More importantly, he has scored extremely well in the majors, including a tie for 10th at the 2013 U.S. Open, a tie for sixth at the 2013 Open Championship and a tie for 19th at the 2013 PGA Championship.
Currently ranked 22nd in the world and 27th in FedEx Cup points, he has shown the kind of consistency and poise that can translate into big wins.
6. Harris English
With two wins to his name, Harris English is one of those precocious young players who is not intimidated by his elders. He showed that when he beat Phil Mickelson at the FedEx St. Jude Classic for his first career win early last year by shooting four rounds under 70.
He is already a perennial player at the top of most leaderboards, as illustrated by finishing in the top 25 in six of the seven tournaments in which he has played.
The University of Georgia graduate is ranked sixth in greens in regulation, fourth in birdie average, fourth in scoring average and 11th in total driving, making him No. 2 in all-around ranking on the tour.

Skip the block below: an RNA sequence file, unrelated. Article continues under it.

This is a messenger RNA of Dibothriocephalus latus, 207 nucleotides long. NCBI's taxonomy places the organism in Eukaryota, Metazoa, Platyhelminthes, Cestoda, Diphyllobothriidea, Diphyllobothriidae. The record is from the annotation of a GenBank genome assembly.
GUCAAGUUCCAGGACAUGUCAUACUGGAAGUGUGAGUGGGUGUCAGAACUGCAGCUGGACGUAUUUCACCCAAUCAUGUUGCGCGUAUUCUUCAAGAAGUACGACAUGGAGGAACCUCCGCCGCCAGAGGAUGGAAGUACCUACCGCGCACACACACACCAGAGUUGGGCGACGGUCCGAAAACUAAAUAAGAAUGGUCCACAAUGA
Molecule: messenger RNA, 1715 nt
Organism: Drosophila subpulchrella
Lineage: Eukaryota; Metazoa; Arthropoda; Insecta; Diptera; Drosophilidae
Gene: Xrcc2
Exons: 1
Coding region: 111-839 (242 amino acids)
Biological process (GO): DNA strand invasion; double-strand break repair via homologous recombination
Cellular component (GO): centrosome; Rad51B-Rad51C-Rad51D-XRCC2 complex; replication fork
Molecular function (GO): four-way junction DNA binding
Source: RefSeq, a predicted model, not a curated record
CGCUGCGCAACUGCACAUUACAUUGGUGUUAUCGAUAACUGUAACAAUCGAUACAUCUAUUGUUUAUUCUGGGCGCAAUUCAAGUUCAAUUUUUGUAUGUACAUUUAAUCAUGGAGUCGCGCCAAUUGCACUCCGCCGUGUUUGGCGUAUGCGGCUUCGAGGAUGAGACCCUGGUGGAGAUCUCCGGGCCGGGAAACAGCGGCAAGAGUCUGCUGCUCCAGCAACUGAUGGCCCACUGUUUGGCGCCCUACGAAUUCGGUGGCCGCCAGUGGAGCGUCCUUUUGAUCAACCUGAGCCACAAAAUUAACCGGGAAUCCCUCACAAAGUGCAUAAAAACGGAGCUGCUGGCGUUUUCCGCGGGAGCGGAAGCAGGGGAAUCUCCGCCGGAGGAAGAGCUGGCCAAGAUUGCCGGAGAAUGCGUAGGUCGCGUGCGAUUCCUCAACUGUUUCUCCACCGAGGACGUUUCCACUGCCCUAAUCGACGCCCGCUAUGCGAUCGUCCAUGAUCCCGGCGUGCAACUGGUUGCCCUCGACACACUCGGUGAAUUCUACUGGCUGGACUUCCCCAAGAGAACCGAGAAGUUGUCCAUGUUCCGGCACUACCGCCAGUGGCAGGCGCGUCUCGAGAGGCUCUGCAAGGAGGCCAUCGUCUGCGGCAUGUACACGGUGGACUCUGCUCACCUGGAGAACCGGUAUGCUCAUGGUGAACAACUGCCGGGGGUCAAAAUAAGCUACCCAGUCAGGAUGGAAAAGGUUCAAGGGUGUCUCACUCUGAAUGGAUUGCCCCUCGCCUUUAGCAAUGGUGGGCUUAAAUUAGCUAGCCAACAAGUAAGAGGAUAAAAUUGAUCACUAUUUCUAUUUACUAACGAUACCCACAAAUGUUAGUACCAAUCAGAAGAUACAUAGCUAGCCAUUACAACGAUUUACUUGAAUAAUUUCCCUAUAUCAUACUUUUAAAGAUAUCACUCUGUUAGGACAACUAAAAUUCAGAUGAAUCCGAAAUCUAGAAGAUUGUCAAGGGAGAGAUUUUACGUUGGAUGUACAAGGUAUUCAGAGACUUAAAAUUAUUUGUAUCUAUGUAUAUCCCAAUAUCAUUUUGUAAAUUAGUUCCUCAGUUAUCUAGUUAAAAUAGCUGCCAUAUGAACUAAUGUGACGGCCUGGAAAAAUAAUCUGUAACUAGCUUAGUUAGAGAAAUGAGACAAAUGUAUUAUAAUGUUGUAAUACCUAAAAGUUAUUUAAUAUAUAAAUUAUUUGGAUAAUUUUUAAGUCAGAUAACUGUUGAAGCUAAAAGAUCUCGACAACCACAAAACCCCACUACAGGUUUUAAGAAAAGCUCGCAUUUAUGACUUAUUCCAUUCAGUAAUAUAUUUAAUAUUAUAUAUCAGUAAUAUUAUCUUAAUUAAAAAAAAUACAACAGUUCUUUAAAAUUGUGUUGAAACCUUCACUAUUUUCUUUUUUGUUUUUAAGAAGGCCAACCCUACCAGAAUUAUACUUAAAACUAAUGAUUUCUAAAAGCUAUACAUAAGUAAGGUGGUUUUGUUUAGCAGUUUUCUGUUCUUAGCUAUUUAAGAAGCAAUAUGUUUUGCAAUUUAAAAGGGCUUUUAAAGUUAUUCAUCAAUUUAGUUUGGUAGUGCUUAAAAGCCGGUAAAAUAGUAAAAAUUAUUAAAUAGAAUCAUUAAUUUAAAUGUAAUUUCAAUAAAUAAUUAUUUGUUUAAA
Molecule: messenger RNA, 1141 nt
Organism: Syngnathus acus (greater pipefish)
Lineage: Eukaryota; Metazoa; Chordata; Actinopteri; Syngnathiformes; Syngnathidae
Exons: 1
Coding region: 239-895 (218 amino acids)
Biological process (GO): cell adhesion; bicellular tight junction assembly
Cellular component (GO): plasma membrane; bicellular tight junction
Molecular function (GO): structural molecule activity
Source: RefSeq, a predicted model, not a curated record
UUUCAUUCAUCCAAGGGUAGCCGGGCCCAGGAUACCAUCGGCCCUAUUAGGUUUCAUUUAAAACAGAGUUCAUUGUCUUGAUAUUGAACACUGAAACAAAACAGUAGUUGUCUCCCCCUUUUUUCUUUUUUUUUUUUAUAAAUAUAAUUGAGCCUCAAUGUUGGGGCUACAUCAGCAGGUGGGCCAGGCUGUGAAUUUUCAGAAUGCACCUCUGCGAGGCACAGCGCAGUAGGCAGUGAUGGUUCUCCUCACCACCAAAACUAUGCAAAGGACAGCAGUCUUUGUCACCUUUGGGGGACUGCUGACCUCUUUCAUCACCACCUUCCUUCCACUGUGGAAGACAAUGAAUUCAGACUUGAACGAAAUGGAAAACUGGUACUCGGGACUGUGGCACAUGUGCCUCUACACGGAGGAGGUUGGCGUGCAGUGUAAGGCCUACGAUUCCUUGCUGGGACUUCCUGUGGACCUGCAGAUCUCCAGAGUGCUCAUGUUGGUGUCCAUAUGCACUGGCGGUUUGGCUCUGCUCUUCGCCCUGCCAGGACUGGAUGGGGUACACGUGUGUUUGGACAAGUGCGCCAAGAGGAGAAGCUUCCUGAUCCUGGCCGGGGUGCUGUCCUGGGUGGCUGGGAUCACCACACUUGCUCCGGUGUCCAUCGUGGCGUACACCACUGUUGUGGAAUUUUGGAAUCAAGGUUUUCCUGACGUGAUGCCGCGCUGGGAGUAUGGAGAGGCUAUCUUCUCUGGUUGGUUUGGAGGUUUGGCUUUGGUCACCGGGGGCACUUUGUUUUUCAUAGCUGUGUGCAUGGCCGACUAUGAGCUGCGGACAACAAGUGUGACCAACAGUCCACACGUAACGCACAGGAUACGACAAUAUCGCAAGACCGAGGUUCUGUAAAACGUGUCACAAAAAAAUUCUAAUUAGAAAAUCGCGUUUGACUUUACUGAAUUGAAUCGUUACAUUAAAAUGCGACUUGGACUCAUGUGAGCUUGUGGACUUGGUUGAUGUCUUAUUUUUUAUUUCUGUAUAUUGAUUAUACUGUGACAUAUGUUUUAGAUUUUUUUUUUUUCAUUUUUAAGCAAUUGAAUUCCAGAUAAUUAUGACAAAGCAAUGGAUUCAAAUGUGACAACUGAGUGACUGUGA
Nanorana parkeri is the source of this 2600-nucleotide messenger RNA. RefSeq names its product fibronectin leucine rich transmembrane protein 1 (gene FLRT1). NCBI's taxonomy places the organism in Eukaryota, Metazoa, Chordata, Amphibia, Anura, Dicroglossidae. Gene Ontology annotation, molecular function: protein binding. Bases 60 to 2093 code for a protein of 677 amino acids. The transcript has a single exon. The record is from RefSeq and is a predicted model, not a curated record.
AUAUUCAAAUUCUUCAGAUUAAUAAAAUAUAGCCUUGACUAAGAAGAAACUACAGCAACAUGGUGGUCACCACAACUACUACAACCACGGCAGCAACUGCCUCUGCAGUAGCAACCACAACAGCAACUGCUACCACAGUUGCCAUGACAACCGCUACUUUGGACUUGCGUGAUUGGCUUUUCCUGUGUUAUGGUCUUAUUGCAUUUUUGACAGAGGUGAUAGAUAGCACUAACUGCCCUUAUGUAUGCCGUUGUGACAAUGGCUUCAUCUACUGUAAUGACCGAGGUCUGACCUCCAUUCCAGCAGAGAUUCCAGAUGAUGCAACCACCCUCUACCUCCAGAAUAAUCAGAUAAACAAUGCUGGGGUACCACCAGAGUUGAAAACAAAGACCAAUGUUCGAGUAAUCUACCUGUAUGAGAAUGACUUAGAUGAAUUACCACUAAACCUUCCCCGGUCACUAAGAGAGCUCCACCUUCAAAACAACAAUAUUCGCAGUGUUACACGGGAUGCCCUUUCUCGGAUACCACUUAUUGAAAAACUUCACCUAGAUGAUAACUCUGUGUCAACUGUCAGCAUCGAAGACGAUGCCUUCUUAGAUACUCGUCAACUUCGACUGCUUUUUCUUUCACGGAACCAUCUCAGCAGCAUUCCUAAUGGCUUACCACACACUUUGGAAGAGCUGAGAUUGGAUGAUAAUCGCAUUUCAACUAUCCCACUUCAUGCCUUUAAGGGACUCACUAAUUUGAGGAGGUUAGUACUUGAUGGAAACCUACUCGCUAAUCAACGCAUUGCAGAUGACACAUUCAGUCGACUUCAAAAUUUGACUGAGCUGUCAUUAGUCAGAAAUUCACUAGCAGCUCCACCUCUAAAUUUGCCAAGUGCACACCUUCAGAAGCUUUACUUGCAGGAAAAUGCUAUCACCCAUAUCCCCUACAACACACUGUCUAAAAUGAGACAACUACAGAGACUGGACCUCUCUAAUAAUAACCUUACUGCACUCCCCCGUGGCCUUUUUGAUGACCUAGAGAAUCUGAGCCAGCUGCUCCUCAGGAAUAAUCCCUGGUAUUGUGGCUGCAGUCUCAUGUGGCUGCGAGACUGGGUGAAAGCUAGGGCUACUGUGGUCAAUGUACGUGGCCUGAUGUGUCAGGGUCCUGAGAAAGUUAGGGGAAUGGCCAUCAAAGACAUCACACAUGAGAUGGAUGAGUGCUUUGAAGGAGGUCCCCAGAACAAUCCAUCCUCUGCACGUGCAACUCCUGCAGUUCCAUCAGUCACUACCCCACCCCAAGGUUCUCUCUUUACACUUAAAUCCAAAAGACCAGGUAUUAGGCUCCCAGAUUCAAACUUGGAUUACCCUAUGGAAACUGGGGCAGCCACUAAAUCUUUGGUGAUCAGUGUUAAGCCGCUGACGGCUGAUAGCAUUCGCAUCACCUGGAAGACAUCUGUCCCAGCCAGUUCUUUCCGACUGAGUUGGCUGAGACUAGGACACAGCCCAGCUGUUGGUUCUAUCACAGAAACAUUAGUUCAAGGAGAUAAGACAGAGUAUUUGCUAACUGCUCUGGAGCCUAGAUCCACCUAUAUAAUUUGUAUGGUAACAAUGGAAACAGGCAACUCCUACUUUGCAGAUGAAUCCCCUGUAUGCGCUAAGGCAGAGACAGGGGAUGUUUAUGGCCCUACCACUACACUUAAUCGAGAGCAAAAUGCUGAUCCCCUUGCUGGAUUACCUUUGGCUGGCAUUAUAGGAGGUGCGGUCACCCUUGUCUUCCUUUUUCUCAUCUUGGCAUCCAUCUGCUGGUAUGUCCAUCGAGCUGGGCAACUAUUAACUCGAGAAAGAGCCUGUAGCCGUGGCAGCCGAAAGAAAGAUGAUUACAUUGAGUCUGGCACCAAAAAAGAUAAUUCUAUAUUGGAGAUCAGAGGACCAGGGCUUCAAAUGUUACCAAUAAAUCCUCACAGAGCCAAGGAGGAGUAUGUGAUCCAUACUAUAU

5. Russell Henley
Henley upped his value when he outlasted Rory McIlroy at the Honda Classic. At the time, Rory had a two-shot lead going into the final day only to find himself in a playoff that included the red hot Henley.
Winning is nothing new for the 24-year-old who won in his first start on the PGA Tour at the Sony Open in Hawaii last year. He has also won three times on the Web.com tour.
The 24-year-old Henley won in his first start as a pro when he birdied the last five holes to take the Sony Open title in January.
After his win at the Honda, he joined McIlroy, English and Patrick Reed as the only players under 25 with multiple wins.
4. Jordan Spieth
Last year’s Rookie of the Year has been overshadowed a bit by some of his youthful peers, but that doesn’t mean he should be overlooked.
Spieth continues to show the competitive zeal that made him the fourth youngest winner on the PGA circuit in 82 years when he won the John Deere Classic.
In six events so far this season, he has finished three times in the top 10 and two other times in the top 25 while missing only one cut.
He is now ranked 13th in the world.
3. Jason Day
Next to McIlroy, Day may have the finest pedigree among the younger set.